Climate Change & Himalayas

Photo by KOUSTABH BISWAS on Pexels.com

Now, who does not like to watch the scenic snow-capped mountains? And the Himalayas , which is one of the most vital sources of the perennial rivers in India. But the drastic climate change have been responsible for the depleating condition of these mountain range. The Himalayan mountains are warming between 0.3-0.7°C faster than the global average, causing glaciers to shrink, snowlines to recede, and increasing the danger of floods when expanding glacial lakes burst. The effects of climate change can be seen in untimely heavy rains, floods , droughts and even the springs have gone dry. The boost in tourism bringing in more tourists is a result of pollution in these regions. The locals have started adapting to the climatic changes as they think this is what is best suited for them.

A combination of unseasonal snowfall, long periods of drought and warmer weather is affecting the lifestyle and the harvesting patterns of the Himalayan region. The decrese in the yield of crops and the extiction of many species of flaura and fauna is a matter of grave concern and all this is linked to the changes in the climatic conditions. The flowering time of many plants has also undergone severe delay.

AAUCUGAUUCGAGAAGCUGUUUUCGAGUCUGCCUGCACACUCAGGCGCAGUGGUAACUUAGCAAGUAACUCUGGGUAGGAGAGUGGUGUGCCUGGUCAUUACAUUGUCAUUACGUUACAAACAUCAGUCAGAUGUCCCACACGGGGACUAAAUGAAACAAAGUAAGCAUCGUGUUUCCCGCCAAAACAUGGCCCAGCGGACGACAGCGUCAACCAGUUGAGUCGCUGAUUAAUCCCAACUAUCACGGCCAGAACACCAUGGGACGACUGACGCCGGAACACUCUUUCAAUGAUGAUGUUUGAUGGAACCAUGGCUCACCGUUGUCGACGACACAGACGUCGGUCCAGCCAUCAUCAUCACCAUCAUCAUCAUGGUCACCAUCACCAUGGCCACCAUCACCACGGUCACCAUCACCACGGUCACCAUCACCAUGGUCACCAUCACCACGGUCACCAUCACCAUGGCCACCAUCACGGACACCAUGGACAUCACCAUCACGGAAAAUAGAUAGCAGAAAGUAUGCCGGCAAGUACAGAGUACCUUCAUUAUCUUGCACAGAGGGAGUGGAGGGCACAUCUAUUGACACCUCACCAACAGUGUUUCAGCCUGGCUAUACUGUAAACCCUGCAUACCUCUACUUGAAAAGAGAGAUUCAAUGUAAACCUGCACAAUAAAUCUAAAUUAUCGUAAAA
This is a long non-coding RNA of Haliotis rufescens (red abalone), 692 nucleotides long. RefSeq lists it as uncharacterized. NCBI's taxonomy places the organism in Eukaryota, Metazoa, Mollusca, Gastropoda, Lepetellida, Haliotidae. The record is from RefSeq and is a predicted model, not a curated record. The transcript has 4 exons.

The vegetaion patterns of the eastern , central & western ranges of the Himalayas are very distinct from one another. And there are many reports that suggest that the western Himalays are warming faster than the eastern part. This diffrenetial change is also another cause of concern as it becomes very difficult to study and undertsand the causes and consequenses of the climatic impact on the natural resources.

The climate change challenge is just going to exacerbate in the immediate future. And hence there is an urgency to act. The loccal communities and the local farmers face the direct brunt of these changes. They are also the major stake holders and only by their active participation and support can this impact be checked if not stopped. Scientists, researchers, policymakers, and planners are trying to protect these lands must have the willingness to learn from the indigenous caretakers of the land. They must be treated as serious knowledge holders as they have been staying there and generation after generation have been able to survive glacial outburts or any other natural calamity. A space has to be created for them to represent their thoughts and the policy makers have to deal with these stake holders with lot of respect & humility. Only a collective approach and a strong will to protect the Himalayan ranges can help us all survive in the long run. This needs more budgeting and a more focused approach from all the stakeholders.

Love,

Chinmayee

“This post is part of Blogchatter’s CauseAChatter.”

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